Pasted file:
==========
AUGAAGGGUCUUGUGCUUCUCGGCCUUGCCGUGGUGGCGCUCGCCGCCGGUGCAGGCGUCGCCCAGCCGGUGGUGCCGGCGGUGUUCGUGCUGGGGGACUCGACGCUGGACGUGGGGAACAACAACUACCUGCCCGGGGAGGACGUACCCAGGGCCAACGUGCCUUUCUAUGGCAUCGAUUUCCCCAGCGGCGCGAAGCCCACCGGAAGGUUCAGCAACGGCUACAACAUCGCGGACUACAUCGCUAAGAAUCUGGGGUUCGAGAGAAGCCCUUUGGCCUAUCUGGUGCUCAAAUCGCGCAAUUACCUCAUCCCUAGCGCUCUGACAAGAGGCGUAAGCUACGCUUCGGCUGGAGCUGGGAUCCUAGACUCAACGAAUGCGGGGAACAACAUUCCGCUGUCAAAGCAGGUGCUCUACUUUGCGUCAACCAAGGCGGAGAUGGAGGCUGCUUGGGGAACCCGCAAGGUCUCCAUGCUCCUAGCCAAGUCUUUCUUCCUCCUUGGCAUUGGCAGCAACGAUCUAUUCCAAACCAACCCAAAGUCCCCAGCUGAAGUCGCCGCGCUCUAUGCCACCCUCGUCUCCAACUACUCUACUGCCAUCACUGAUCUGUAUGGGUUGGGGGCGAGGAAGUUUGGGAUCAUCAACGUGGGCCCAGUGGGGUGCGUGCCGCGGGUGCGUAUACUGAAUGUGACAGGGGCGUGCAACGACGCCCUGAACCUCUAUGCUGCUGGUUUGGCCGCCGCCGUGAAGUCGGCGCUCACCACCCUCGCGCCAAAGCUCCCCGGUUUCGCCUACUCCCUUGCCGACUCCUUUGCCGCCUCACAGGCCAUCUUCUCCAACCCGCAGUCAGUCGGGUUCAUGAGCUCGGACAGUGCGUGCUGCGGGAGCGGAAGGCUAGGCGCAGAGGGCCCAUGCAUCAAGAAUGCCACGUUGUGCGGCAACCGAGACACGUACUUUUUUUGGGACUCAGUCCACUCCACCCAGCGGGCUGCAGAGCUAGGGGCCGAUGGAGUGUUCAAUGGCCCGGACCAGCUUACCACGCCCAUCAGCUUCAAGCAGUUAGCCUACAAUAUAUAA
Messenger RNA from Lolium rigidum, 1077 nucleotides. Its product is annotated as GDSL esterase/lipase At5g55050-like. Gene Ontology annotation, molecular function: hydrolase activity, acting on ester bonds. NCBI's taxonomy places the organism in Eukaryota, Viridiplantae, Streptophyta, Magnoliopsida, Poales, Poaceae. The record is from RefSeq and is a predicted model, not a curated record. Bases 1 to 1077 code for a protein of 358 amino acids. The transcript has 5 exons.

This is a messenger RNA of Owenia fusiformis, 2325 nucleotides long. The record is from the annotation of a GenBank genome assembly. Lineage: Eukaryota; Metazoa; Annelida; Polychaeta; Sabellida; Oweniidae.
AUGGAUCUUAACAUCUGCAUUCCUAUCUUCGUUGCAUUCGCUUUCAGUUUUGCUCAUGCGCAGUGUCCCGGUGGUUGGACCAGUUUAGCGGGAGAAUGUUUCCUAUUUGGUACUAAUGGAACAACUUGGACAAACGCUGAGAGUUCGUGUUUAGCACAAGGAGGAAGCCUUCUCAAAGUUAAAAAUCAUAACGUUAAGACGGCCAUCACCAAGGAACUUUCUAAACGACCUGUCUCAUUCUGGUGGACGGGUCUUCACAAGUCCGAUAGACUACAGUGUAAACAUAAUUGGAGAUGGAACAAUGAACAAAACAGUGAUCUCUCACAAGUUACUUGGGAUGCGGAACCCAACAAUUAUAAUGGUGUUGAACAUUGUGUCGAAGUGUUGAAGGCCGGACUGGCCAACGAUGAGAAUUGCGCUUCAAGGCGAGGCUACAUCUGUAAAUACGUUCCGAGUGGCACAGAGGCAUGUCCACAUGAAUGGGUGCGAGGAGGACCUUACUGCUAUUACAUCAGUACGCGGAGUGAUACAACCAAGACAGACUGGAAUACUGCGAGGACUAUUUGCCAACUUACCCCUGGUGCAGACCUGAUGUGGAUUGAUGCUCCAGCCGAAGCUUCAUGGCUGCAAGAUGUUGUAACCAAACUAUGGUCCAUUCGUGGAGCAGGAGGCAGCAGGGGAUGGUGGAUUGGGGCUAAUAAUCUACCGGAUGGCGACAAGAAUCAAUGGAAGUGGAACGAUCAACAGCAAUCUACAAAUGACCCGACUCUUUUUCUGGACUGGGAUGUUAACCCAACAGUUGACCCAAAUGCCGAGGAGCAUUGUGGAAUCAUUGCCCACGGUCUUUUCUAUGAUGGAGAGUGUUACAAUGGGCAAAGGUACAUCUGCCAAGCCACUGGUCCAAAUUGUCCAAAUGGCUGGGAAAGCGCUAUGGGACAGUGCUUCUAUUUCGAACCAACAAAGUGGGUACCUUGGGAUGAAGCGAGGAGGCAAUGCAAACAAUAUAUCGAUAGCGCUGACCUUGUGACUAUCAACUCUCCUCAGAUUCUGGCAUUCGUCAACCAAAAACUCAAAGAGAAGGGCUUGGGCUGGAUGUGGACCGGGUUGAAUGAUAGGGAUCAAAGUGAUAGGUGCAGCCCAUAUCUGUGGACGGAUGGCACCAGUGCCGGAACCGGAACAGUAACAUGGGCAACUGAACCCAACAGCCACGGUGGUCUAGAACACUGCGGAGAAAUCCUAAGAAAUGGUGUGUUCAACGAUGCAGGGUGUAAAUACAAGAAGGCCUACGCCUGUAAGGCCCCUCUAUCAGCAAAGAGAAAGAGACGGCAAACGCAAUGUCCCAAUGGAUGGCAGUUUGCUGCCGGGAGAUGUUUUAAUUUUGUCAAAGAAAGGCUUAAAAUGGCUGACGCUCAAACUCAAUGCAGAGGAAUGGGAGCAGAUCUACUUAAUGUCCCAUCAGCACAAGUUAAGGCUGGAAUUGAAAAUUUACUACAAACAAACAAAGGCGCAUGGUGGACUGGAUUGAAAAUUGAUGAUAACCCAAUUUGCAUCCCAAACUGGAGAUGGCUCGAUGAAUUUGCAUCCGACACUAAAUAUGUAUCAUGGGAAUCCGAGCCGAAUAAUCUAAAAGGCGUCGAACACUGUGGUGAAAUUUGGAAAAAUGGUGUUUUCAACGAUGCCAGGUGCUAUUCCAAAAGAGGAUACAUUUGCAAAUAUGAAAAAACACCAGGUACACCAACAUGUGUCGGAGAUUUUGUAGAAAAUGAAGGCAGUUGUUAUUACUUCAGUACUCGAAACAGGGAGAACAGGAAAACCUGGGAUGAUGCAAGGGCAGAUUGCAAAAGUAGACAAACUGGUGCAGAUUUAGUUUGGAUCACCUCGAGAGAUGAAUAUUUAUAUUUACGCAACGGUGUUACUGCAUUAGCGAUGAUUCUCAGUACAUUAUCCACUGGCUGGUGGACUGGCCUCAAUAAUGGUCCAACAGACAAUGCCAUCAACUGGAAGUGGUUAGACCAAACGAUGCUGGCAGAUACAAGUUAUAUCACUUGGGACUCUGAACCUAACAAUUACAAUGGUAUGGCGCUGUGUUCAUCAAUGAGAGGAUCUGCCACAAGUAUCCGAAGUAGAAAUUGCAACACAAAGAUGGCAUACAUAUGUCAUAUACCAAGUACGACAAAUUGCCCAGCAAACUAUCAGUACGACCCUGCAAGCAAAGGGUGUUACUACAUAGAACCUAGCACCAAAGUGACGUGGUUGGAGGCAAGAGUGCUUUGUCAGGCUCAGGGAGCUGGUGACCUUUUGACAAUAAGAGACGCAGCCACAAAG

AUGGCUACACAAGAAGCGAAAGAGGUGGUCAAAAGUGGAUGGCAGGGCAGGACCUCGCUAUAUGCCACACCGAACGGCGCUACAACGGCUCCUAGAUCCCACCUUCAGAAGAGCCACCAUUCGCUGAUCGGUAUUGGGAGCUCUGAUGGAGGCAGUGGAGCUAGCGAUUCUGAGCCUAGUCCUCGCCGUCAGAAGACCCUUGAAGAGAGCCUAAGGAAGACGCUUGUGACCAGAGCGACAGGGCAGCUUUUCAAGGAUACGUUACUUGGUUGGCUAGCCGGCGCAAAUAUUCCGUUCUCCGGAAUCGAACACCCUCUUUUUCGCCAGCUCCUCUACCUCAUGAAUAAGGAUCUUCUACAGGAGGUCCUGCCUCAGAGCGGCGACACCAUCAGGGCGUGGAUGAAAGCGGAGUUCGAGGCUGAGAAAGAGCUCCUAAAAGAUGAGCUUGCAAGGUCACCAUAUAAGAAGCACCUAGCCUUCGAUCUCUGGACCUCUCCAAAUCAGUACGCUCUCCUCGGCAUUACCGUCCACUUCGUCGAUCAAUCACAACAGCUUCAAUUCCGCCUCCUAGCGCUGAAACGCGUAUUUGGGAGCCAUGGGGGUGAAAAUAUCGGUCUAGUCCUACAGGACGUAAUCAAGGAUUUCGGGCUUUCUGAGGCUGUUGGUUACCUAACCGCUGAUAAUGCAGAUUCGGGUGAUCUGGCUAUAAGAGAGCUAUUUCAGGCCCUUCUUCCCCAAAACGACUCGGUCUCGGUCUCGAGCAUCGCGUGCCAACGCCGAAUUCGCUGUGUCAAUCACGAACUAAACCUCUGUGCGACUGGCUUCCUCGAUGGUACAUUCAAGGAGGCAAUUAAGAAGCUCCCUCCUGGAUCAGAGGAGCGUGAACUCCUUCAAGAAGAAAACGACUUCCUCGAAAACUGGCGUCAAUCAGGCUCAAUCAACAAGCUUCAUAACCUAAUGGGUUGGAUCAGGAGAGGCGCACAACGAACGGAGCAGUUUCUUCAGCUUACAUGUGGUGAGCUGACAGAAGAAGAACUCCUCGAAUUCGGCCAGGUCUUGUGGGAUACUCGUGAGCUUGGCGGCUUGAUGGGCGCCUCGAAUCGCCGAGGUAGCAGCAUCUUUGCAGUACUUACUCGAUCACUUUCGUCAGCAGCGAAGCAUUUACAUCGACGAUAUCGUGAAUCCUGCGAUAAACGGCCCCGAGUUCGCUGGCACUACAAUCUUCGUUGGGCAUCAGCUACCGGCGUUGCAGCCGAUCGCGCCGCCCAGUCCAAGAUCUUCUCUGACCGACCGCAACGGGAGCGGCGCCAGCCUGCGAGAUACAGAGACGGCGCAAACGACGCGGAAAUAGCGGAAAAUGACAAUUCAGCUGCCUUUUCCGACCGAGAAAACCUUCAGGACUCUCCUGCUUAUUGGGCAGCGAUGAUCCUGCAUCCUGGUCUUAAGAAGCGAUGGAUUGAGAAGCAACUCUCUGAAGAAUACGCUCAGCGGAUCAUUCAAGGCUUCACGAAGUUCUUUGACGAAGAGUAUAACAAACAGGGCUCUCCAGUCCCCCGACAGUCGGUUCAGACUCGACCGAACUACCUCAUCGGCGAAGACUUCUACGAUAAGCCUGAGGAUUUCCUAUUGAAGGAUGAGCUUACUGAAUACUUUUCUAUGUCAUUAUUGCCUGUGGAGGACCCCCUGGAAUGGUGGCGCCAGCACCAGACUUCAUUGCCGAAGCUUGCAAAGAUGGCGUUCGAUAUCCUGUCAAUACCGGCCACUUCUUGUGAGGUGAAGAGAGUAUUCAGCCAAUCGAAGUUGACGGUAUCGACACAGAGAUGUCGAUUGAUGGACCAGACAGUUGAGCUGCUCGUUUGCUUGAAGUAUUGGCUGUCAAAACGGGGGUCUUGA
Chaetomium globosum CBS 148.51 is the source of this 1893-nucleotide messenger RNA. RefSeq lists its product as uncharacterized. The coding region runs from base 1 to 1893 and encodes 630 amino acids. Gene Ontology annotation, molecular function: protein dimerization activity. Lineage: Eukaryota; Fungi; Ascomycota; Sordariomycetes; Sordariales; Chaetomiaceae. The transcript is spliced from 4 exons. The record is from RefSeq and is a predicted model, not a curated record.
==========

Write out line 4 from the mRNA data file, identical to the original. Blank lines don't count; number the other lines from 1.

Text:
AUGGAUCUUAACAUCUGCAUUCCUAUCUUCGUUGCAUUCGCUUUCAGUUUUGCUCAUGCGCAGUGUCCCGGUGGUUGGACCAGUUUAGCGGGAGAAUGUUUCCUAUUUGGUACUAAUGGAACAACUUGGACAAACGCUGAGAGUUCGUGUUUAGCACAAGGAGGAAGCCUUCUCAAAGUUAAAAAUCAUAACGUUAAGACGGCCAUCACCAAGGAACUUUCUAAACGACCUGUCUCAUUCUGGUGGACGGGUCUUCACAAGUCCGAUAGACUACAGUGUAAACAUAAUUGGAGAUGGAACAAUGAACAAAACAGUGAUCUCUCACAAGUUACUUGGGAUGCGGAACCCAACAAUUAUAAUGGUGUUGAACAUUGUGUCGAAGUGUUGAAGGCCGGACUGGCCAACGAUGAGAAUUGCGCUUCAAGGCGAGGCUACAUCUGUAAAUACGUUCCGAGUGGCACAGAGGCAUGUCCACAUGAAUGGGUGCGAGGAGGACCUUACUGCUAUUACAUCAGUACGCGGAGUGAUACAACCAAGACAGACUGGAAUACUGCGAGGACUAUUUGCCAACUUACCCCUGGUGCAGACCUGAUGUGGAUUGAUGCUCCAGCCGAAGCUUCAUGGCUGCAAGAUGUUGUAACCAAACUAUGGUCCAUUCGUGGAGCAGGAGGCAGCAGGGGAUGGUGGAUUGGGGCUAAUAAUCUACCGGAUGGCGACAAGAAUCAAUGGAAGUGGAACGAUCAACAGCAAUCUACAAAUGACCCGACUCUUUUUCUGGACUGGGAUGUUAACCCAACAGUUGACCCAAAUGCCGAGGAGCAUUGUGGAAUCAUUGCCCACGGUCUUUUCUAUGAUGGAGAGUGUUACAAUGGGCAAAGGUACAUCUGCCAAGCCACUGGUCCAAAUUGUCCAAAUGGCUGGGAAAGCGCUAUGGGACAGUGCUUCUAUUUCGAACCAACAAAGUGGGUACCUUGGGAUGAAGCGAGGAGGCAAUGCAAACAAUAUAUCGAUAGCGCUGACCUUGUGACUAUCAACUCUCCUCAGAUUCUGGCAUUCGUCAACCAAAAACUCAAAGAGAAGGGCUUGGGCUGGAUGUGGACCGGGUUGAAUGAUAGGGAUCAAAGUGAUAGGUGCAGCCCAUAUCUGUGGACGGAUGGCACCAGUGCCGGAACCGGAACAGUAACAUGGGCAACUGAACCCAACAGCCACGGUGGUCUAGAACACUGCGGAGAAAUCCUAAGAAAUGGUGUGUUCAACGAUGCAGGGUGUAAAUACAAGAAGGCCUACGCCUGUAAGGCCCCUCUAUCAGCAAAGAGAAAGAGACGGCAAACGCAAUGUCCCAAUGGAUGGCAGUUUGCUGCCGGGAGAUGUUUUAAUUUUGUCAAAGAAAGGCUUAAAAUGGCUGACGCUCAAACUCAAUGCAGAGGAAUGGGAGCAGAUCUACUUAAUGUCCCAUCAGCACAAGUUAAGGCUGGAAUUGAAAAUUUACUACAAACAAACAAAGGCGCAUGGUGGACUGGAUUGAAAAUUGAUGAUAACCCAAUUUGCAUCCCAAACUGGAGAUGGCUCGAUGAAUUUGCAUCCGACACUAAAUAUGUAUCAUGGGAAUCCGAGCCGAAUAAUCUAAAAGGCGUCGAACACUGUGGUGAAAUUUGGAAAAAUGGUGUUUUCAACGAUGCCAGGUGCUAUUCCAAAAGAGGAUACAUUUGCAAAUAUGAAAAAACACCAGGUACACCAACAUGUGUCGGAGAUUUUGUAGAAAAUGAAGGCAGUUGUUAUUACUUCAGUACUCGAAACAGGGAGAACAGGAAAACCUGGGAUGAUGCAAGGGCAGAUUGCAAAAGUAGACAAACUGGUGCAGAUUUAGUUUGGAUCACCUCGAGAGAUGAAUAUUUAUAUUUACGCAACGGUGUUACUGCAUUAGCGAUGAUUCUCAGUACAUUAUCCACUGGCUGGUGGACUGGCCUCAAUAAUGGUCCAACAGACAAUGCCAUCAACUGGAAGUGGUUAGACCAAACGAUGCUGGCAGAUACAAGUUAUAUCACUUGGGACUCUGAACCUAACAAUUACAAUGGUAUGGCGCUGUGUUCAUCAAUGAGAGGAUCUGCCACAAGUAUCCGAAGUAGAAAUUGCAACACAAAGAUGGCAUACAUAUGUCAUAUACCAAGUACGACAAAUUGCCCAGCAAACUAUCAGUACGACCCUGCAAGCAAAGGGUGUUACUACAUAGAACCUAGCACCAAAGUGACGUGGUUGGAGGCAAGAGUGCUUUGUCAGGCUCAGGGAGCUGGUGACCUUUUGACAAUAAGAGACGCAGCCACAAAG